The first annual sales drop since 1995 is a blow to British retail, but it’s only the latest in a series of setbacks.
In the past 10 years, high street institutions such as BHS, and Barratts and Maplin have toppled like dominos, with Mothercare UK the latest to enter administration in 2019. Now, the news that retail is suffering its leanest time in decades comes as more confirmation of the obvious than a reason to hit the alarm bell.
Blame for this decline is typically laid at one door: ecommerce. Offering limitless choice, low prices and greater convenience, online shopping has rapidly won consumer hearts and purchases. But while it accounts for a sizeable slice of spend, ecommerce doesn’t have a monopoly – accounting for 19 percent of UK sales.
So, why is retail struggling?
According to the experts, the industry’s current plight isn’t just about online versus offline; it’s also about the evolution of consumer habits. To survive, retailers must adapt their strategies and experiences to the new world of multi-media shopping.
CXM spoke to industry experts to gauge their thoughts on what’s next for retail…
Sandra Loeffler, Regional Vice President, EMEA, Nielsen Marketing Effectiveness
“Amongst political and economic uncertainty, rising competition from ecommerce, and a new generation of hyper-connected consumers who are making fewer trips to bricks and mortar locations, the current challenges facing the retail sector are understandable.
“At Nielsen we have been surprised to see that some marketing strategy is still being driven by perceptions and old school metrics rather than hard data, leading to budget waste and missed opportunities. But in today’s highly competitive world, this approach won’t provide brands with the insight they need to uncover the consumer decision process, which is influenced by many factors long before the shopper sets foot in the store.
“Tapping into data generated from consumer-brand interactions, online and offline, enriched by meaningful and actionable analytics is critical to not only understand shopping habits and improve marketing effectiveness, but to also make more informed decisions in areas such as forecasting products with higher return, optimising retail assortment, improving customer loyalty, and securing the right store location.
“Retailers who smartly analyse and adapt to the purchase behaviour of consumers – anticipating their wants and needs, offering the right product, in the right place, at the right time, and for the right price – will have a better chance to withstand the challenges.”
Andrew Morsy, Managing Director International at Peer39
“Last year’s poor retail performance, particularly during the festive months, is further reason for e-commerce and all retail brands to focus on placing their seasonal ad campaigns in the right environments. Customers are increasingly cautious with their purchasing habits, which means retailers need to be certain their offerings are highly relevant to consumers – reaching them at the right place and time to drive a sale.
“The best way to optimise ad placements is by ensuring they appear in the right environment. As an example, when individuals consume online content about holiday destinations, in that moment they are more likely to be responsive to brands offering airline tickets, travel insurance, or accommodation. Understanding and analysing context and sentiment is key to targeting consumers, and for marketers to determine the most relevant environments for digital campaigns. With effective placements, retailers can be sure to not miss out on revenue during the prime months when consumers are looking to spend.”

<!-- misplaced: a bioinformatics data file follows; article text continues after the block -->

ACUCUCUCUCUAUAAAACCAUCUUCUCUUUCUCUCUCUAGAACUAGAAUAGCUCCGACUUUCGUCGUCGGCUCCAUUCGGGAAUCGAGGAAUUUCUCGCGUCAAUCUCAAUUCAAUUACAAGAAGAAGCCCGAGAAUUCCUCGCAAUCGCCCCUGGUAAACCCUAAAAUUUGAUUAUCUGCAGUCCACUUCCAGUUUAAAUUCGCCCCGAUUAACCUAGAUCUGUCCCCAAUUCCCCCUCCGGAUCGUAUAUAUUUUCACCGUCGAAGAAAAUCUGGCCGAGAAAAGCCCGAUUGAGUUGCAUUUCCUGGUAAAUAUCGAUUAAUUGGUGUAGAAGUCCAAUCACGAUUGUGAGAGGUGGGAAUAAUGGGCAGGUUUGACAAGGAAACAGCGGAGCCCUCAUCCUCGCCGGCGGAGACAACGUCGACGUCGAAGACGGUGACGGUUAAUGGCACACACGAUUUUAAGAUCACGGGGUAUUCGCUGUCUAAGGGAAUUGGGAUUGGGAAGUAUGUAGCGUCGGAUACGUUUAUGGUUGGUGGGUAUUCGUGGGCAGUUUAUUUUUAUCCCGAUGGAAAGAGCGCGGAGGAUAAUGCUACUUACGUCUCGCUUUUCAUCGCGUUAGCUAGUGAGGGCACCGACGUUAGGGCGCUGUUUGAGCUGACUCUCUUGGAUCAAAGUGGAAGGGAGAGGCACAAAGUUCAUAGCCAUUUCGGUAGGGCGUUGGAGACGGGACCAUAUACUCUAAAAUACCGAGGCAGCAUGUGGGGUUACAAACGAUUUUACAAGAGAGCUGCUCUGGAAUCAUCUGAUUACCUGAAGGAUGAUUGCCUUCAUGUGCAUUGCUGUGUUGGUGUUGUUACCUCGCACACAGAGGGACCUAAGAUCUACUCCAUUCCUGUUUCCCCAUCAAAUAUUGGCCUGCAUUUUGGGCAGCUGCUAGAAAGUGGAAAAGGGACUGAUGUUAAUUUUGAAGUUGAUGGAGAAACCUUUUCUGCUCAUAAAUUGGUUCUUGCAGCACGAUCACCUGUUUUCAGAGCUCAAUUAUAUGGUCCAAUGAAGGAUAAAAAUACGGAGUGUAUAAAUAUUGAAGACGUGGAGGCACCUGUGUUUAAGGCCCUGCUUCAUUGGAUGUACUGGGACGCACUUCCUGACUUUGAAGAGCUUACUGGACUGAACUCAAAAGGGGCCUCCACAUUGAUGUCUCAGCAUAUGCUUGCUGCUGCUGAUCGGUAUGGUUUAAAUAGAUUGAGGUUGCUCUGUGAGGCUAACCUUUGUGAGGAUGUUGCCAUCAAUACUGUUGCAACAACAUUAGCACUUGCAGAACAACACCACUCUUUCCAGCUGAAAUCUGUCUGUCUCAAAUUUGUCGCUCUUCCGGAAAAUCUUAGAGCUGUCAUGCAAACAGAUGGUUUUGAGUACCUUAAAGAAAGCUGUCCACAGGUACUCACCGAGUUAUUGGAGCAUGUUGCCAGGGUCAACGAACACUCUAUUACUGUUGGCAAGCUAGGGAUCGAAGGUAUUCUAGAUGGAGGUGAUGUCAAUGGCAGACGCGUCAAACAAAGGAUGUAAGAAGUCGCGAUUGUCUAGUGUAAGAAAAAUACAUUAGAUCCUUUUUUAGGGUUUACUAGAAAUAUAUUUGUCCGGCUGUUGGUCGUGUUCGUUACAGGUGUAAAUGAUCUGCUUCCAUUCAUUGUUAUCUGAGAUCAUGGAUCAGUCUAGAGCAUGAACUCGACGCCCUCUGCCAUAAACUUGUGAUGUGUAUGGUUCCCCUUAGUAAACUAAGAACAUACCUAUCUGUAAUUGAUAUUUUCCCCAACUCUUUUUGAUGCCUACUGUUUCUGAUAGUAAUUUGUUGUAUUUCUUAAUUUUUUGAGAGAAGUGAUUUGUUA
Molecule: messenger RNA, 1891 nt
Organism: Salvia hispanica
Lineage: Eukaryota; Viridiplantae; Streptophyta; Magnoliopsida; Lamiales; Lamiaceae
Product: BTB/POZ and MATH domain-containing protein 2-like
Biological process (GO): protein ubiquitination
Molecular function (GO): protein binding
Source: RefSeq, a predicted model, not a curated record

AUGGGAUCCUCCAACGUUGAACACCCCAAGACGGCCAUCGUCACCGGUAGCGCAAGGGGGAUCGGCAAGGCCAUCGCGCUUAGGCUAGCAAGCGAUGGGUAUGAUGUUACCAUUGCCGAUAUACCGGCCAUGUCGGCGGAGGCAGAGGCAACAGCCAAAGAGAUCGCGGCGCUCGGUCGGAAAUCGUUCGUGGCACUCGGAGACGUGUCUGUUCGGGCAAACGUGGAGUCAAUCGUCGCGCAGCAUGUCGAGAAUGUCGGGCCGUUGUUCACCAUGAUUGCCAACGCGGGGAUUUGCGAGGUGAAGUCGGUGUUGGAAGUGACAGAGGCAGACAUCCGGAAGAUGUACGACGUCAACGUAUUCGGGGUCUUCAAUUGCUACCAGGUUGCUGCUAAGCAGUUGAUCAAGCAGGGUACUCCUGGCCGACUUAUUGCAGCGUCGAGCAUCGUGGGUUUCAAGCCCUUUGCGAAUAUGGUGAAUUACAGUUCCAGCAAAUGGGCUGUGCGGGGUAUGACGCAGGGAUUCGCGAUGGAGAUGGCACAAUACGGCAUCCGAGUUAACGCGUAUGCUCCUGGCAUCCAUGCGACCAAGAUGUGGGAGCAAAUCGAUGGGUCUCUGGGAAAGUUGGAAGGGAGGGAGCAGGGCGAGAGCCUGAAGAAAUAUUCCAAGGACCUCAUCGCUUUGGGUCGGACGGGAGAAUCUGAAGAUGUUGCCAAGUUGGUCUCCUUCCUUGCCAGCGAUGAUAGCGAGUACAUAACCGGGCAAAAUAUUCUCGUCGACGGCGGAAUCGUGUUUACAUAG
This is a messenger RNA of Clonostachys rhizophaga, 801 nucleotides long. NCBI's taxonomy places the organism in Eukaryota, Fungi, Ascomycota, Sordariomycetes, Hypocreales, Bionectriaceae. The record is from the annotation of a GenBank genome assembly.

John Squire, CEO at DynamicAction
“While 2019 saw bright spots for customers, with free shipping more available than ever and delivery times cut dramatically, this didn’t translate into success for retailers. In addition, initial indicators are showing that vital Christmas profits have also taken a hit, with returns in 2019 starting as early as November (up an average of 11 percent 17th of Nov through the end of 2019), kicking off the ‘Retail Vortex’ of increased returns, higher marketing costs, and inventory concerns.
“Retailers continued to up their marketing spend per order during the ever-earlier ramp up to Christmas, offering incentives of free shipping and discounts that monumentally impacted their already thin margins.
“These factors highlight retailers’ increasing efforts to compete with retail giants like Amazon and innovative DTCs like Birchbox. But attempting to emulate its offerings without understanding the value to your unique shopper can be costly. Retailers must ensure they balance the rising costs of luring in customers with the significant impact of high promotions and numerous returns.
“The retailers who are going to survive are the ones that understand the key elements eroding their profit, allowing them to steer away from the “Retail Vortex” and create strategies to understand the tactics that will truly drive profit. To achieve this, retailers in 2020 must move away from the antiquated goals of the high street’s heyday to embrace the necessities of the digital age.”
Jeff Pfefferkorn, Head of UK Sales at MainAd
“The biggest decrease in retail sales in 25 years is disappointing and highlights a disconnect between consumer spending and brands’ marketing budgets, as the latter has remained stable in the past year. For retailers, this strongly suggests their marketing strategies could be improved to be more effective at generating conversions.
“To recapture consumer attention and counteract this dip in sales retailers should adopt highly tailored, dynamic targeting methods to deliver impactful digital ads, and strengthen their brand message across their wider marketing channels. They should also turn to alternative platforms, such as in-app advertising, which have the potential to reach a more receptive consumer and produce a greater response.”